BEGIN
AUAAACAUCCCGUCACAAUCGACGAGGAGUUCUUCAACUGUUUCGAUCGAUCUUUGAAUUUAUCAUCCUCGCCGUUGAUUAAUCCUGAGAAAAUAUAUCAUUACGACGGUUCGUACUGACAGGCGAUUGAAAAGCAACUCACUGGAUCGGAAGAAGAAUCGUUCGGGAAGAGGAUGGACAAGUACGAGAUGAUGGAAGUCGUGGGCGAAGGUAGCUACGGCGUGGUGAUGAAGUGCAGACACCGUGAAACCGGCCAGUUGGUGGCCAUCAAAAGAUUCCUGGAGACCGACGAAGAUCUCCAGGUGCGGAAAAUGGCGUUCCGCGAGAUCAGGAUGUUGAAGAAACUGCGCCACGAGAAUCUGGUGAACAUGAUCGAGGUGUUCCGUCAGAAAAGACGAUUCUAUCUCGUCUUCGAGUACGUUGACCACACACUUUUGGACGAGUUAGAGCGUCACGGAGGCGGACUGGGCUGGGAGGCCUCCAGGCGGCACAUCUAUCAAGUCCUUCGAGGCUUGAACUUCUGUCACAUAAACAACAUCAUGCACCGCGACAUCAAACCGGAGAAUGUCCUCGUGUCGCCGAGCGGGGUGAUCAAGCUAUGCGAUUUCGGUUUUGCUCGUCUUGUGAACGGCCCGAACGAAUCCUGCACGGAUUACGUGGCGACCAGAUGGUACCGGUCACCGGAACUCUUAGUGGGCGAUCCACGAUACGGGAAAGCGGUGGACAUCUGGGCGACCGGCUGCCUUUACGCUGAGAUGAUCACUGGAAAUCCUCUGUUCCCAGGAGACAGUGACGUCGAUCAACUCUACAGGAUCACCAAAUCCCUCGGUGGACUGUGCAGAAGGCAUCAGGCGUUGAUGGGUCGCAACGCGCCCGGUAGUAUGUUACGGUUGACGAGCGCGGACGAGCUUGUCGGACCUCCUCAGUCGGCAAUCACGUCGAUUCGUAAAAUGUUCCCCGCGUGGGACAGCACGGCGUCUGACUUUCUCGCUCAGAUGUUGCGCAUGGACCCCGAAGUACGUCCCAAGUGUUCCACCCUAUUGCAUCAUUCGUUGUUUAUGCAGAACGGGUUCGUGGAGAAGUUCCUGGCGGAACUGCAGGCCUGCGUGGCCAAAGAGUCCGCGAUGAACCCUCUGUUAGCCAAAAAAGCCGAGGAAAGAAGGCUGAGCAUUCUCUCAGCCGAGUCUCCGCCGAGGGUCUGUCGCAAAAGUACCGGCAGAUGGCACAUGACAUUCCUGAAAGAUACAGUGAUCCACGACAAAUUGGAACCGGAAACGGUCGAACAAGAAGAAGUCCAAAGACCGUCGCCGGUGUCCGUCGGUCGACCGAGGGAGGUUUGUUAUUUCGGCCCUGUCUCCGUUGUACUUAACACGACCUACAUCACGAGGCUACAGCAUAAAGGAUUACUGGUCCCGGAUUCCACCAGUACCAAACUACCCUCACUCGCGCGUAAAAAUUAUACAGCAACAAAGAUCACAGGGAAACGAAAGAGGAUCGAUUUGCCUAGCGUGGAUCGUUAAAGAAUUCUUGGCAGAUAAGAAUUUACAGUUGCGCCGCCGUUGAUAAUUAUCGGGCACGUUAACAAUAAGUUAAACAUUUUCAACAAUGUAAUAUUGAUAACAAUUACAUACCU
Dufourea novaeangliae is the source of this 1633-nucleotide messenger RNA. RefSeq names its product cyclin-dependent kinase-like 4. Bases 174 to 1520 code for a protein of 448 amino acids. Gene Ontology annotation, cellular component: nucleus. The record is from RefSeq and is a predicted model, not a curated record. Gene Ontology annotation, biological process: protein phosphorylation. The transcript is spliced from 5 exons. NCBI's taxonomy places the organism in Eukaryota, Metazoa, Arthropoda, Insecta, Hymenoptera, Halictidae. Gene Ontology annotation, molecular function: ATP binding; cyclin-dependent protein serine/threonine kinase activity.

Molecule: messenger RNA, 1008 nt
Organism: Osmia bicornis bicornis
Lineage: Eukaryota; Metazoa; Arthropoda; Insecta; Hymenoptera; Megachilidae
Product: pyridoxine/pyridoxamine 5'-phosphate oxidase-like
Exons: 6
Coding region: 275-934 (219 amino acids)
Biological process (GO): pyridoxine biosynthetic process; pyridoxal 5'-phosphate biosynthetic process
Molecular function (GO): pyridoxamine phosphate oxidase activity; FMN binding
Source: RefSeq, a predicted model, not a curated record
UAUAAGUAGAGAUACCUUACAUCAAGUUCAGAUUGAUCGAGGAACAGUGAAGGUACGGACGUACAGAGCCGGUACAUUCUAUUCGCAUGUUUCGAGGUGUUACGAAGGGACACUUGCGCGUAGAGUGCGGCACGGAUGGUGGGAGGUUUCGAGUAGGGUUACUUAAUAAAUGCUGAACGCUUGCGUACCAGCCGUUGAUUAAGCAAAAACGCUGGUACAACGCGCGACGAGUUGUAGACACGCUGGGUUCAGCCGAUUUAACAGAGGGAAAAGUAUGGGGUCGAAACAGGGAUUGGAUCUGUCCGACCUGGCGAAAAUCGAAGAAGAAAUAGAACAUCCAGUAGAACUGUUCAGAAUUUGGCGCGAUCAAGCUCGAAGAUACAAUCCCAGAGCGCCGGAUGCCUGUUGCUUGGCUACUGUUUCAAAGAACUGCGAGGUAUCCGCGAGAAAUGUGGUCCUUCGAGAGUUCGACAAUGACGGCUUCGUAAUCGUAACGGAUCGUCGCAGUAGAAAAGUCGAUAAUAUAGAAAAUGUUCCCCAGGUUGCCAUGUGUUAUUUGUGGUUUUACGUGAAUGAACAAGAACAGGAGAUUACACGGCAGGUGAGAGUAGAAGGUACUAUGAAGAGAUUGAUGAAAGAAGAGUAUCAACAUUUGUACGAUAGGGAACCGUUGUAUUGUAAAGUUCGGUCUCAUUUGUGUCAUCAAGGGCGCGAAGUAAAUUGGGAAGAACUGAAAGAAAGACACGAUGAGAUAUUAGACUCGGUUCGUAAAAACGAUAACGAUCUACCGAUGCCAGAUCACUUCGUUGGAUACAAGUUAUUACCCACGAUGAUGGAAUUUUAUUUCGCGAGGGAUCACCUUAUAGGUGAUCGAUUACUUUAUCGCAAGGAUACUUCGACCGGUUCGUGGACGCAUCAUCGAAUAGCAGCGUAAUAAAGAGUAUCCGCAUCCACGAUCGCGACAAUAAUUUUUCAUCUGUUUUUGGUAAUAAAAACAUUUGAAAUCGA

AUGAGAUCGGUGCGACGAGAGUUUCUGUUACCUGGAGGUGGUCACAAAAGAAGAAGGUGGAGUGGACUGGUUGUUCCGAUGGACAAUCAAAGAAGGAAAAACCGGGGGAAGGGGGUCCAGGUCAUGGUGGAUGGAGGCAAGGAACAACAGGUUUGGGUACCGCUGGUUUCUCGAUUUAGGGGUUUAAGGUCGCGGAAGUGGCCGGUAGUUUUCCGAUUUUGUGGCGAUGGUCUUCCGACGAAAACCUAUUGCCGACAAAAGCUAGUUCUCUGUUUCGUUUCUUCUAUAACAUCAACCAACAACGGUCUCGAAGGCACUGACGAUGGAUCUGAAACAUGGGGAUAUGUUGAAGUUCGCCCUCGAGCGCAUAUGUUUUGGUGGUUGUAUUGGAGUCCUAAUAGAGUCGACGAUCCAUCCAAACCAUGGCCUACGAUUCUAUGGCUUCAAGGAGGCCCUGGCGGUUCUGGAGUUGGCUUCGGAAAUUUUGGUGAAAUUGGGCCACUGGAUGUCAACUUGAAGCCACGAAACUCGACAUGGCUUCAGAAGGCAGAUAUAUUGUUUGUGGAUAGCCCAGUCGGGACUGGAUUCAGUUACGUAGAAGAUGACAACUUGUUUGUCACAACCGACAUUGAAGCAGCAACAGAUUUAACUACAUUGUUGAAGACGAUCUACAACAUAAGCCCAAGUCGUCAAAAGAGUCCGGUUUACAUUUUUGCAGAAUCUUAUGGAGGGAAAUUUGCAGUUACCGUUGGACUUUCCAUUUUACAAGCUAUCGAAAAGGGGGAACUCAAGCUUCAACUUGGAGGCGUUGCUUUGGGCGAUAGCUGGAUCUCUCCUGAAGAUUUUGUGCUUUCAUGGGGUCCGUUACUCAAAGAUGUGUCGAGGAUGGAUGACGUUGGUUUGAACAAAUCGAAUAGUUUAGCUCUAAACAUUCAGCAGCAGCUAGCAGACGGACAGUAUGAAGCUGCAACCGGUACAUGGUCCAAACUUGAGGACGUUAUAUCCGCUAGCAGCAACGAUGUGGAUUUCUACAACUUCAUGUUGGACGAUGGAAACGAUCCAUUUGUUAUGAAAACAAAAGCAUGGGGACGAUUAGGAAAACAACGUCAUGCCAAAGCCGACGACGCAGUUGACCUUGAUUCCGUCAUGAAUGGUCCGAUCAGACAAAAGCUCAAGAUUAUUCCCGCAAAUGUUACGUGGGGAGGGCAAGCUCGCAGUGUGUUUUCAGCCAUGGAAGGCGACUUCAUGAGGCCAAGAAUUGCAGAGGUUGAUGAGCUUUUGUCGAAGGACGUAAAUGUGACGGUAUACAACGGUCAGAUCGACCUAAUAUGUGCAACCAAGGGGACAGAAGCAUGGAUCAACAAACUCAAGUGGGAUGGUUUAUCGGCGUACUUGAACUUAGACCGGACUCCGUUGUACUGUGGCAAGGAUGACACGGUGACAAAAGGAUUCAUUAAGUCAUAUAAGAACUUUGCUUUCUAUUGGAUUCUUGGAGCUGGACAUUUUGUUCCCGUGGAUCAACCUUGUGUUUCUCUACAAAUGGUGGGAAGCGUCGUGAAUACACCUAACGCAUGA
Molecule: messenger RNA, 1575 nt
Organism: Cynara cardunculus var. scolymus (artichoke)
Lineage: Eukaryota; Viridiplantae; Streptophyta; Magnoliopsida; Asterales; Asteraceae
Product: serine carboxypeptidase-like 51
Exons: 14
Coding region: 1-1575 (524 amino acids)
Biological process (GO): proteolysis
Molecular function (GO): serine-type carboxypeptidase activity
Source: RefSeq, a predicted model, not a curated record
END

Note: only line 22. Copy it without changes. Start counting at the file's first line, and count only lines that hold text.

Source: RefSeq, a predicted model, not a curated record